Friday, June 3, 2016

Food & Drug Administration letter prompts changes to hand sanitation practices on Horizon Air flights

Kathryn's Report:

SEATAC, Wash. -- A warning from the U.S. Food & Drug Administration is prompting Horizon Airlines to enhance hand sanitation practices on its flights.

None of the airline's 52 Bombardier Q400 planes have hand-washing sinks in their lavatories.

Passenger Calvin Cardinal noticed it.

"I'm kind of a germ freak, so yeah," said Cardinal, who's visiting Seattle for a few days from Alberta, Canada.

Passenger Kristin Ferrell did, too. No sink in the lavatory on one of her frequent flights on Horizon Airlines meant she couldn't wash her hands after using the bathroom.

"It was just one of those things that kinda make you go 'Hmmmmmm,'" Ferrell said. 

The U.S. Food and Drug Administration sent a warning letter to the airline in mid-May after several inspections last winter brought the issue to light.

Without hand washing sinks in the lavatories on the airline's Q400 planes, employees who serve food could potentially increase the spread of communicable disease, stated District Director Miriam Burbach.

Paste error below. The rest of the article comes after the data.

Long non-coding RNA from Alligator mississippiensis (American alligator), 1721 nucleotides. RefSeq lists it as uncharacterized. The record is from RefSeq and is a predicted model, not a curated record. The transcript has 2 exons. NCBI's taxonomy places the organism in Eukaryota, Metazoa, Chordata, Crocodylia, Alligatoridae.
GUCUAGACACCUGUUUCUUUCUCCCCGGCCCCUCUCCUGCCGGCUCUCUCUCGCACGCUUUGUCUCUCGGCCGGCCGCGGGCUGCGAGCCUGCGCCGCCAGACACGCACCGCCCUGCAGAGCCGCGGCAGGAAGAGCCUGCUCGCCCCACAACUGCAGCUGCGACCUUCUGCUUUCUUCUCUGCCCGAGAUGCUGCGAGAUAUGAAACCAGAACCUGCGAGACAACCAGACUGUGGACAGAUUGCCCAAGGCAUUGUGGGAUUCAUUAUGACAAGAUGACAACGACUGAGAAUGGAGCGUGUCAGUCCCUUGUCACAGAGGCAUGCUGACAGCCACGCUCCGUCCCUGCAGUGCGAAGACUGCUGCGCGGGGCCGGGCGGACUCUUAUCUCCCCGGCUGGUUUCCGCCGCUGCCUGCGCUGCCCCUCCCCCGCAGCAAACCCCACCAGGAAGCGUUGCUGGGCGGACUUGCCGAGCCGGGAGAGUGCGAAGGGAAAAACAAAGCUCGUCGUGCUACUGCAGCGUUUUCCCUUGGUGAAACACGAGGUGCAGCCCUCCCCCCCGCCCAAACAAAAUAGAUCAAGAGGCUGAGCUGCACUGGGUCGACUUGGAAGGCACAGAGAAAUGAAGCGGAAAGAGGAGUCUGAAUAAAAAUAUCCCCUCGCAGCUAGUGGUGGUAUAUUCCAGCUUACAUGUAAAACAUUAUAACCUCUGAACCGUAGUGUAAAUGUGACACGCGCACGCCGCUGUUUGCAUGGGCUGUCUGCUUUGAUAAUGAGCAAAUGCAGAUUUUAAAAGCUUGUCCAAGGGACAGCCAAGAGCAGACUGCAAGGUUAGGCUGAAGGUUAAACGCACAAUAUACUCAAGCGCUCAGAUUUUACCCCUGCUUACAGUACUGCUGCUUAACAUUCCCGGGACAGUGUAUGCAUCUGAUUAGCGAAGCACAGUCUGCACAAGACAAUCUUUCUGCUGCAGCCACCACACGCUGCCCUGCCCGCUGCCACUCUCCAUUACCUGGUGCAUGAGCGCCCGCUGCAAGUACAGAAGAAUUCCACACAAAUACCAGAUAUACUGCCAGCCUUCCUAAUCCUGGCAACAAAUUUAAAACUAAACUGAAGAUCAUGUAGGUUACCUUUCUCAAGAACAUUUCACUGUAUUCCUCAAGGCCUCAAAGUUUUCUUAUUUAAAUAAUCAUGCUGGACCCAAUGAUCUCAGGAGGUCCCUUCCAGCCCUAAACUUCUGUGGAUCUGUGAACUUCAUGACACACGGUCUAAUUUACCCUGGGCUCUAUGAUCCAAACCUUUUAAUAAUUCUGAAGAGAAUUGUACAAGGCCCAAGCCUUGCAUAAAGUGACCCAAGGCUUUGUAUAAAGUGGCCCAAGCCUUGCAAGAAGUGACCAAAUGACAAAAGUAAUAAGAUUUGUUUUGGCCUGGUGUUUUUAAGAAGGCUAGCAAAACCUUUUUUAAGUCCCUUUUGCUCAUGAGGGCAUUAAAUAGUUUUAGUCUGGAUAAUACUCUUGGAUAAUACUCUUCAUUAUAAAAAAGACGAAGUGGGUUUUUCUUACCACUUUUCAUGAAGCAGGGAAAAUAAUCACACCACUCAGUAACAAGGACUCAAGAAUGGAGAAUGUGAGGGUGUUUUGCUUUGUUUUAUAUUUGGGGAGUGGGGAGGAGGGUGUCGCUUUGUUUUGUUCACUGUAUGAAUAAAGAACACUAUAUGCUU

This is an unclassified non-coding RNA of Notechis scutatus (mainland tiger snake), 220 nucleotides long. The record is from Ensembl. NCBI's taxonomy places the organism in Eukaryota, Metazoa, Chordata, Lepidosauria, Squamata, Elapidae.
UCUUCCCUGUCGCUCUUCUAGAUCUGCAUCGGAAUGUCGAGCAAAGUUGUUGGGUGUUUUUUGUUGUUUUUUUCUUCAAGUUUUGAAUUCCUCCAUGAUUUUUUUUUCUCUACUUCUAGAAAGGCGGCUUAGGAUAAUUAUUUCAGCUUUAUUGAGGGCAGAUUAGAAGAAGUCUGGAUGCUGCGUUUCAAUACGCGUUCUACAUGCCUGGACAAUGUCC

"Directing your employees to wash their hands in the airport between flights or to use hand sanitizer does not meet the requirements for suitable lavatory facilities for food-handling employees," Burbach stated. "We recommend that you discontinue the use of ice and serve only food and beverages that are in closed containers."

"They do handle ice. They do handle your cups and things like that," said Ferrell. "It does make you wonder is everything really clean? Is it hygienic? Is it gonna be safe for the passengers?"

Alaska Airlines, which owns and operates Horizon, plans to roll out more robust procedures on all Horizon flights next week, Company Spokeswoman Ann Zaninovich said in a statement to KOMO News.

Flight attendants will be required to use a hospital-grade disinfectant on their hands and put on gloves before pouring beverages, Zaninovich said. They'll sanitize a second time after taking the gloves off, she added. The airline does not serve food in open containers, so snack items will continued to be served.

Cardinal said he wishes every flight would have access to sinks, but he's happy to see the changes.

"Puts me at ease because we're always worried about passing germs on, especially in busy places like this, and the airplane. There's a lot of people that get up and go use those bathrooms," he said.

The FDA gave the airline 15 business days to respond to its letter. If the issue isn't fixed, the agency could pursue further action.

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